Carl Icahn has lost $200 million on Netflix stock since Wednesday, when the company's stock plunged 27 percent in after-hour trading.
It all fell apart when Netflix reported subscriber growth in its third-quarter earnings report that was lower than expected. Then it cut its growth expectations for the fourth quarter.
It didn't help either that HBO chose Wednesday to announce that it would launch a streaming-only content service by next year.
Icahn owns almost 1.8 million shares of Netflix, according to government filings dating back to June 30.
This could all be much worse for Icahn. He sold off a lot of Netflix stock last October, making $647 million and cutting his stake in half.
"It's sort of an Icahn rule," he said in an interview after the sale, "when you make 5x your money, it doesn't mean you're not a long termer ... you take some chips off the table ... The model of Netflix is an excellent one and it's very hard to compete ... it took me 20 minutes to say, this is going to be one of greats of all time."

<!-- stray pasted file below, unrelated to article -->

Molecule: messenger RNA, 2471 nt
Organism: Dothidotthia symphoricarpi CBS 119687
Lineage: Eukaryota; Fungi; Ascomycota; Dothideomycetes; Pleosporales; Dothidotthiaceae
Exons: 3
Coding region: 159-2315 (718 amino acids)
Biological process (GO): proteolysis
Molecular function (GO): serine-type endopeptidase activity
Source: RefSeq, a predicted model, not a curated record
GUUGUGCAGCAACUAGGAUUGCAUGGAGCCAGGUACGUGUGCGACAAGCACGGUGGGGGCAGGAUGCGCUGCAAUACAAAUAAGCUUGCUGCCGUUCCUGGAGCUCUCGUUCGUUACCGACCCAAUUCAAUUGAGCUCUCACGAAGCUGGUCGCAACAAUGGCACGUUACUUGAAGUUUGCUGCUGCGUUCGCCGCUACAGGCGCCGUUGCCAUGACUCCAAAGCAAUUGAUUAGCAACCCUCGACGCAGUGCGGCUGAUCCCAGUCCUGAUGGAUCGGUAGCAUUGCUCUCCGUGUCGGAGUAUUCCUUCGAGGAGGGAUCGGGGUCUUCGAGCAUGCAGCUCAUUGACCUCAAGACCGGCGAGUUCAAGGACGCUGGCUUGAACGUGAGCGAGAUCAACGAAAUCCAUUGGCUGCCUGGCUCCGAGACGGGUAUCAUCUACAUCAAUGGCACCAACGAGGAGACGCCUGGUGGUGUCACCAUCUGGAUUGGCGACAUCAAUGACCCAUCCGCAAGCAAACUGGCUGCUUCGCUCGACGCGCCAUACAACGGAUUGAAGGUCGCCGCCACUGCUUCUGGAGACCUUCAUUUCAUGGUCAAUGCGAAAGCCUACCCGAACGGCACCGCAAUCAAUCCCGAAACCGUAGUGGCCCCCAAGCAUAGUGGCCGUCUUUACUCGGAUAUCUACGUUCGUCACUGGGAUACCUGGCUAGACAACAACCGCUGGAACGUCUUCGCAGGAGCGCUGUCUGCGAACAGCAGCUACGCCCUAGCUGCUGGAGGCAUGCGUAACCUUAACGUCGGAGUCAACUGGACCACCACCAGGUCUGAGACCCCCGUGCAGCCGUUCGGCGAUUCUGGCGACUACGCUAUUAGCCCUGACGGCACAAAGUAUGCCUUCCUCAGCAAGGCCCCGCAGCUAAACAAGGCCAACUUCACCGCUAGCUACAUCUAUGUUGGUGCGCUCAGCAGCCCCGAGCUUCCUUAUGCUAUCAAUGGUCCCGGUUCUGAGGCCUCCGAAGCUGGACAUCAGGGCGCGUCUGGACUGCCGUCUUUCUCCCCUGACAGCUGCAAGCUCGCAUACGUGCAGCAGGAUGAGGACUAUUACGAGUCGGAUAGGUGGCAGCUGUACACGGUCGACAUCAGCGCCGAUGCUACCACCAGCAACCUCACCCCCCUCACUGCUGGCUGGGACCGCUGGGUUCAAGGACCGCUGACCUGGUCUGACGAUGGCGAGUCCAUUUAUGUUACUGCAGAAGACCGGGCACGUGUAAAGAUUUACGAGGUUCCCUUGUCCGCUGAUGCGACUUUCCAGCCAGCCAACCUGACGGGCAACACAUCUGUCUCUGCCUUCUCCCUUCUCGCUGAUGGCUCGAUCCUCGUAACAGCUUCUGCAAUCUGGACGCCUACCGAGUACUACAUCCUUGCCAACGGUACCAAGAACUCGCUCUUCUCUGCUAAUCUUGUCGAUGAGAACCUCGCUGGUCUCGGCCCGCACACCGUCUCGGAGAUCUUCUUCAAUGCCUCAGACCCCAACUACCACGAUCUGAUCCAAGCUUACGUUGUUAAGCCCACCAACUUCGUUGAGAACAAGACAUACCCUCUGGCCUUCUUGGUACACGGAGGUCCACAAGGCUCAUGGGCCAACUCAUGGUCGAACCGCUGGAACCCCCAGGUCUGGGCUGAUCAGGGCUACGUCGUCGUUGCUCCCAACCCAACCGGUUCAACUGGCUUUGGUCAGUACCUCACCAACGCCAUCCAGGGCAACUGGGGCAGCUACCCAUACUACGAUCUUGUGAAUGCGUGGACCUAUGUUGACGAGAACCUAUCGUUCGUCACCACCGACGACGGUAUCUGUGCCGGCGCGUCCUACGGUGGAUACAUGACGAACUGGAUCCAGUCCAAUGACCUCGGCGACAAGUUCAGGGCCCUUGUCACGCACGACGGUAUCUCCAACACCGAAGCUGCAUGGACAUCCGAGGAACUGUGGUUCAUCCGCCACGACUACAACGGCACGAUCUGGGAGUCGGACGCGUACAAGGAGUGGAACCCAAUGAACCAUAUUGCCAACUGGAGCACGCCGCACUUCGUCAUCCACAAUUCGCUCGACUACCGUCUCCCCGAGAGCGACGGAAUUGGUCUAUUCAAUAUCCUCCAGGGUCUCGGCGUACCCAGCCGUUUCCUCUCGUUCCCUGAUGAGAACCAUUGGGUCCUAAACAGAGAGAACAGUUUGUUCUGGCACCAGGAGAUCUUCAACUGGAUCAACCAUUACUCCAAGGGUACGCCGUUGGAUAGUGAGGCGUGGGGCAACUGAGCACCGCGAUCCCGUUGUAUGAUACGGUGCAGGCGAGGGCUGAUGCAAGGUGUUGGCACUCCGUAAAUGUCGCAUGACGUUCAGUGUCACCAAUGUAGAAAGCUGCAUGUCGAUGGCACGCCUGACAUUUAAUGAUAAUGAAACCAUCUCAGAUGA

Icahn isn't the largest holder of the stock, either. That's Coatue Management, a hedge fund helmed by Philippe Laffont. Coatue holds over two million shares of Netflix.
Netflix added two million international subscribers vs. expectations of 2.36 million and 975,000 domestic streaming subscriptions vs. expectations of 1.33 million.
In the chart below, you can see how Netflix's new estimation of subscriber growth for the next quarter diverges even farther from the rest of Wall Street's estimates (from Estimize).
The company's guidance looks as if it's falling off a cliff.
Hastings told CNBC's Julie Boostein that he believed the decline in subscriber growth was due to a $1 price increase back in May.
"Our best sense is it's an effect of our price increase back in May," Hastings said. "With a little bit higher prices, you get a little bit fewer subscribers. So that's our sense of it. But we can't be 100 percent sure. We had so much benefit from Orange in Q2 and the early Q3, but that's what we think."
Hastings said that the news about HBO was "exciting" and that though it would be a big competitor for the long term, customers would most likely subscribe to both HBO and Netflix. HBO's price point for its service has not been announced.
Either way, it's important to keep in mind that HBO is bigger internationally than Netflix. Netflix has 53 million members worldwide to HBO's 120 million.
That's a part of the story that could have investors spooked for a while.
See also: Netflix is Getting Totaled